Wednesday, February 28, 2007
Oh, Tulip, Where is Thy Scent?
I have always loved tulips -- planting tulip bulbs in the fall is an act of faith, and when they bloom in the spring I always breathe a sigh of relief that another winter has been successfully weathered. Besides that, tulips are just so beautiful to look at! But where is their scent? These brightly-colored, proud, long-stemmed flowers tempt us with promises of a gorgeous fragrance in line with their physical beauty, but, alas, they emit just the faintest scent of green (which is probably coming from the leaves anyway)!
What would a tulip fragrance smell like? I think it would be cheerful, sunny and bright, with a touch of humor and grace. And this is not just a rhetorical question. Clever perfumers have been creating fragrances from scentless flowers for many years. New York Times perfume critic Chandler Burr discusses this in a recent New York Times article, "Ghost Flowers."
He describes Flower by Kenzo as an example of a parfum based on the imaginary scent of the red poppy. The Kenzo website emphasizes this by stating, "The poppy is scentless, Kenzo invents its fragrance." Perfumer Alberto Morillas made the perfume using a natural violet leaf, essence of acacia flower, linalyl aetate, geraniol and citronellol (which are molecules found in rose and jasmine). He then made it smell "red" by adding synthetic and pure vanillas, heliotropin and benzyl acetate. The result, launched in 2000, is the beautiful Flower By Kenzo, a highly successful and popular fragrance.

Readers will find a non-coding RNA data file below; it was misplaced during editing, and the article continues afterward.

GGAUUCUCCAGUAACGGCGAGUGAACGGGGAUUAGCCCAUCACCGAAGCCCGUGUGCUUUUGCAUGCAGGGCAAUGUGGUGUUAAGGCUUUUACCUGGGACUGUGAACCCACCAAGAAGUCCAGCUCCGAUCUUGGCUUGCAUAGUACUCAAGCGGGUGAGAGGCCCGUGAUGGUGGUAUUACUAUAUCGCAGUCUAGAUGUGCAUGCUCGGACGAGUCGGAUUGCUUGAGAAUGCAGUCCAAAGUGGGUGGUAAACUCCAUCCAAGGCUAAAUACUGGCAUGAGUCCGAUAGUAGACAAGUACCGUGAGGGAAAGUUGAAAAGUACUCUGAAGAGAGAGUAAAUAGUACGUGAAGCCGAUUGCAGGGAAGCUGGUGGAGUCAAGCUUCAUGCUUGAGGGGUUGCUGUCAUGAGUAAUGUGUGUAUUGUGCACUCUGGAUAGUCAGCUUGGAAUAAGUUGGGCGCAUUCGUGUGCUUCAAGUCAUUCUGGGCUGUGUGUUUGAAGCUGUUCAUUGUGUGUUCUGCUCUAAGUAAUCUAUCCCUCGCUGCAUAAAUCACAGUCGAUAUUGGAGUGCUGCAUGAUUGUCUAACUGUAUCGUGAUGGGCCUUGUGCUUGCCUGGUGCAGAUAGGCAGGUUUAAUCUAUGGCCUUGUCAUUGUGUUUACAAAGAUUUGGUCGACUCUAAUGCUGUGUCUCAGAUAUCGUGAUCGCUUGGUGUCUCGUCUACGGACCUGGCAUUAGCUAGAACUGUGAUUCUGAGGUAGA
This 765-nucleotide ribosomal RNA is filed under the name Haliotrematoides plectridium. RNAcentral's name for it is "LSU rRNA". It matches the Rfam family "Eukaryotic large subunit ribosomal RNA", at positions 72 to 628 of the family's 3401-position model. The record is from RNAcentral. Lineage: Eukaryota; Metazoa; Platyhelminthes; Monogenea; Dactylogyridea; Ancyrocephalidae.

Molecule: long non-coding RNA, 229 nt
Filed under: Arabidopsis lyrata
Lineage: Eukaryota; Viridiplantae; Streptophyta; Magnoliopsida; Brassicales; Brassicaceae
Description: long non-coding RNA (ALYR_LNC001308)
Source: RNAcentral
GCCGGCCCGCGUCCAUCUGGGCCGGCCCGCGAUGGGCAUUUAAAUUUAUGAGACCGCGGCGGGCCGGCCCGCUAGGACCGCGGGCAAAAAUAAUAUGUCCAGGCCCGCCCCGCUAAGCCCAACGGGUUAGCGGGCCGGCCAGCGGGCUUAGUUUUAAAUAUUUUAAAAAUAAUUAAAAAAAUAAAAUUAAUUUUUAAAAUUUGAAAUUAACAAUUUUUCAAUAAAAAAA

Another beautiful flower having no smell is the camellia. Chanel's gifted perfumer, Jacques Polge, was assigned the task of making a perfume based on this flower, which was Coco's favorite. The result is the delightful Une Fleur de Chanel, based entirely on an imagined scent.
In light of that, shouldn't somebody be working on a lovely tulip eau de parfum?